Modern companies can not longer hold on to a go-it-alone philosophy in the modern networked business world. Global companies look for business opportunities outside their traditional boarders and have therefore to deal with cross-cultural issues in its everyday life. Human interaction in cross-cultural organizational contexts is more and more complex. Our case study examines the interaction between Denmark-based group Lego and one of its subsidiaries Lego Media in London. Lego is a notable example of how managing a cross-boarder venture may be difficult if cultural peculiarities are not fully understood by both protagonists. Through the comparison of values and attitudes of both Danish and British cultures, we will investigate the cross-cultural issues raised. Lego has a policy of playing down its national origins as a Danish company as far as its brand is concerned. However, managerial practices in the Group headquarters are strongly influenced by Danish culture. Lego Media's employees, mainly British, have their own national culture and sets of values. London managers are encouraged to compose with internal Danish way of working.
[...] So was the creation of a new venture: Lego Media International Lego Media International: the British subsidiary In 1996, Lego has ventured into a new and strategically important business area: media products for children. This expansion has encouraged Lego to set up a presence in countries outside Denmark. The venture Lego Media International was then set up in London as an independent company. The choice of the town is mainly linked to the fact that there was already a LEGOLAND park in Windsor. [...]
[...] What's more, the new coming Danes in the British Lego subsidiary were having difficulties in getting used to social behaviours shown by their counterparts. The numerous parties taking place after work, where alcohol was omnipresent, upset them. A British manager claimed: had the idea that Nordic people were very liberal, but now I see I've been mistaken”. Actually, in terms of social norms, it is under a false liberal guise that Denmark is a country whose people at heart behave in a puritanical way. [...]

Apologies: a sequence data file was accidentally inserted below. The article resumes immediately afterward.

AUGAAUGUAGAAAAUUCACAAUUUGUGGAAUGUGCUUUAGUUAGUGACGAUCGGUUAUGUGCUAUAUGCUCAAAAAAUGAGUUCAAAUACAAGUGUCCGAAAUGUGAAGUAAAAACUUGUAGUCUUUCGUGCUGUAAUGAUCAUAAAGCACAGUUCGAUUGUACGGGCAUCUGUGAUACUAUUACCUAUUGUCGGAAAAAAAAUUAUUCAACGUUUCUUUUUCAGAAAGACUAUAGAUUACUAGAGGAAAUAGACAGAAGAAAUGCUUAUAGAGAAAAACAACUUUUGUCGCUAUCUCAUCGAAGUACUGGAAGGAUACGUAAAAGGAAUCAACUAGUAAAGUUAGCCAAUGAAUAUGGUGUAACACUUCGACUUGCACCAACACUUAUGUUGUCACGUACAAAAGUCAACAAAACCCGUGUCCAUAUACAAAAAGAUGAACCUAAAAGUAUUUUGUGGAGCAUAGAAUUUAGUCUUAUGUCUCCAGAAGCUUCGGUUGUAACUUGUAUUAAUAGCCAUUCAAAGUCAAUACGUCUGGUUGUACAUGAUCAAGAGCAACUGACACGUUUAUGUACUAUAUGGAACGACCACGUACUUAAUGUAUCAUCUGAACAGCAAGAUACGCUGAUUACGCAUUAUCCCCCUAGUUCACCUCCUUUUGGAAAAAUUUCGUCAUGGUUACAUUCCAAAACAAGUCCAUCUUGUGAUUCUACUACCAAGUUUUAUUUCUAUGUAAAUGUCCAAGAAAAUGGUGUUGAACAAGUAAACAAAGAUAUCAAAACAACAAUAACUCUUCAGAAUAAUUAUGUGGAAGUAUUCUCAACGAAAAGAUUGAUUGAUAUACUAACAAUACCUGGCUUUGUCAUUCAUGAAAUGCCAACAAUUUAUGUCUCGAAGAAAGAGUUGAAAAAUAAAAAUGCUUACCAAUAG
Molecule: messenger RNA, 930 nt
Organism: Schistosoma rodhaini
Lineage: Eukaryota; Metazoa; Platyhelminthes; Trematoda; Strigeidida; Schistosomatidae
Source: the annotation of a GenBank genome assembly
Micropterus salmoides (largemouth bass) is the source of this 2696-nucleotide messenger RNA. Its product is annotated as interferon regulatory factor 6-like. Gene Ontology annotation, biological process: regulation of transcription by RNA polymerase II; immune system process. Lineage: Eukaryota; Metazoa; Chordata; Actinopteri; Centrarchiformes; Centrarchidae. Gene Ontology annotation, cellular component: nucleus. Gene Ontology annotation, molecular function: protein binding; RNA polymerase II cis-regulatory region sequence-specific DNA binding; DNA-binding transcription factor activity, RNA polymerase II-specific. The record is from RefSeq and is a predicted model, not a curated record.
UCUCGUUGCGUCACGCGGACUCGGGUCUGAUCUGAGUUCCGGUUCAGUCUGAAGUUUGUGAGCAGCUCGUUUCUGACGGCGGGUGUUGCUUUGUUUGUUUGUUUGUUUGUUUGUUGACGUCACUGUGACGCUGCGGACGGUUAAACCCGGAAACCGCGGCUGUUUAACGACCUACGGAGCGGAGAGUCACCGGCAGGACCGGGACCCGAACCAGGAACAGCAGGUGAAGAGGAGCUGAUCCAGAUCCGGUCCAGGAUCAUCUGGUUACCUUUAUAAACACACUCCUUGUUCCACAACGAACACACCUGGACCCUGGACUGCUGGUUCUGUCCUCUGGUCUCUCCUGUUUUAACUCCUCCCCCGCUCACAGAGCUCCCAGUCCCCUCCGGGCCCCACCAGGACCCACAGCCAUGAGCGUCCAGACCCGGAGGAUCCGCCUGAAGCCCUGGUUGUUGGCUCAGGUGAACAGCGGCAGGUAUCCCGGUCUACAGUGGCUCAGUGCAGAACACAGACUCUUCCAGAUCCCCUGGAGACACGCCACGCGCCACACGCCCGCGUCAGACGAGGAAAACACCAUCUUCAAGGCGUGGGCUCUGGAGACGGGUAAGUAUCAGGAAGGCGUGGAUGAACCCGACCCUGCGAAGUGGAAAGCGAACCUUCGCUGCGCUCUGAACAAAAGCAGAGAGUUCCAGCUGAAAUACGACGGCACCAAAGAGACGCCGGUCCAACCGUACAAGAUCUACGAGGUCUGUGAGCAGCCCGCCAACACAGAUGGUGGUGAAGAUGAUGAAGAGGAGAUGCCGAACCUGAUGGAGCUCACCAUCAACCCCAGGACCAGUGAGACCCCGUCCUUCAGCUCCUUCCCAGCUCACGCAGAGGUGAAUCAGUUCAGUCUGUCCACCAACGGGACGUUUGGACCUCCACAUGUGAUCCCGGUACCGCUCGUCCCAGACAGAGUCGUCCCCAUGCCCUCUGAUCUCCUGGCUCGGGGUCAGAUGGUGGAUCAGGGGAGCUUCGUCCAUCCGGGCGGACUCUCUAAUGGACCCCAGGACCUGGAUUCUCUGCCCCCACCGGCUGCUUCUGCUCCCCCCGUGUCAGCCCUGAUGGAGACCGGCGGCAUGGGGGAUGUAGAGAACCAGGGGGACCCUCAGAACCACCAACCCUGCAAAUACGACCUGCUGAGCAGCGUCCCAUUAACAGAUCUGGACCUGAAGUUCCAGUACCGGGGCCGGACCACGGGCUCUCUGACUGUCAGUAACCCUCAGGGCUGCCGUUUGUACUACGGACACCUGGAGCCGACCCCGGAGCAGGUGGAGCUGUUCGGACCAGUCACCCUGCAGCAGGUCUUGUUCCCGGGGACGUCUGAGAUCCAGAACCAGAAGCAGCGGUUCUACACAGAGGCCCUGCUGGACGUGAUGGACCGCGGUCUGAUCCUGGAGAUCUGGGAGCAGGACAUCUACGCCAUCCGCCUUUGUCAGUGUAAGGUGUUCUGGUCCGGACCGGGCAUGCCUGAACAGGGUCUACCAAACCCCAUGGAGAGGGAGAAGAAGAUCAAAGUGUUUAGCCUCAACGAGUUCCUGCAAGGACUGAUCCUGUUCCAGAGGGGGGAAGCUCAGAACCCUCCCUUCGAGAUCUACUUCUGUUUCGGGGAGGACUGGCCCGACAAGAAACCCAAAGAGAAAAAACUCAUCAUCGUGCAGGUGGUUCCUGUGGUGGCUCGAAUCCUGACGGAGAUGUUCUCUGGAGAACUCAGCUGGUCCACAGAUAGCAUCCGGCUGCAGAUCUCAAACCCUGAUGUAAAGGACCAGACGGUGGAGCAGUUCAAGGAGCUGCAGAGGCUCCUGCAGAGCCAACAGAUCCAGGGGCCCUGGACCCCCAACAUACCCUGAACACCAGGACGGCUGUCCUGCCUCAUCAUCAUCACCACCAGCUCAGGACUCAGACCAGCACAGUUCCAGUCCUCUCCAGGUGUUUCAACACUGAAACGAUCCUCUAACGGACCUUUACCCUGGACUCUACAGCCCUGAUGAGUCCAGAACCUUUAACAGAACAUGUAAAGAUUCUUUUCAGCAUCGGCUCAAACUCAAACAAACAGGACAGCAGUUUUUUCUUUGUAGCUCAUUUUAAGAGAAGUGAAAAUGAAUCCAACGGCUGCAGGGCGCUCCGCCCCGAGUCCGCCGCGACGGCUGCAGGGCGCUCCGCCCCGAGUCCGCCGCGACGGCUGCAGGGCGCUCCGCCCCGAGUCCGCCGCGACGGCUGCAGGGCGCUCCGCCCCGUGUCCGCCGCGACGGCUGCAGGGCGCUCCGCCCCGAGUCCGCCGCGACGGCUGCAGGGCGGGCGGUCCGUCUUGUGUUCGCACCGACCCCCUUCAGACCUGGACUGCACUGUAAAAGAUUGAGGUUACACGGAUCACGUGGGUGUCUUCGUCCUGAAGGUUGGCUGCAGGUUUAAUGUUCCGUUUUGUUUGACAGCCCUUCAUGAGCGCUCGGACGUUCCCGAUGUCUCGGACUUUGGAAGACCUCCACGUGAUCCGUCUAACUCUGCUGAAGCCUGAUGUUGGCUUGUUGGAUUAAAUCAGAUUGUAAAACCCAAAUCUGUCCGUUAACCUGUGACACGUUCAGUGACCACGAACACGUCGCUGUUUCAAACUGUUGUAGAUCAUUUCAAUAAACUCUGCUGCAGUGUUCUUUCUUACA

[...] The Danes working with the British Lego subsidiary had a rather strict ethic, and an orientation towards results and performance. Danish managerial values are based on an egalitarian democratic system: individualism is less noticeable than in Great Britain, and that was precisely one of the problems they had to confront. Hierarchy dimension: Power distance Cultural differences also included the sense of hierarchy, which pretty much differed according to the national culture. Whereas the Danish employees were used to a participative and co-operative management style, they felt the British ones as more hierarchical. [...]
[...] In the everyday life context From the very beginning of the setup of the new British subsidiary of the Lego Company, the Danish managers felt there were substantial differences between their English counterparts and themselves. As the time was going on, these differences were gradually appearing in daily life situations. For instance, the Danes were quite surprised to see that the British employees did not hesitate to speak their minds, even if and especially if they disagreed with their bosses: discussions and little quarrels were usual when it came to working, or simply to casual conversations. [...]
[...] Our case study showed how difficult was the set up of a British Lego subsidiary. As Hofstede cross-cultural comparison showed, Danes and British managers differ mostly at the level of cultural values. In order to improve managerial practices between Danish headquarters and the British subsidiary, Lego developed the concept of “millennium meetings” which take place periodically and involve managers from Denmark and from Great Britain. These meeting were the building blocks of new cultural understanding. Employees were encouraged to discuss cross-cultural issues. [...]
Online readingwith our online reader
Content validatedby our reading committee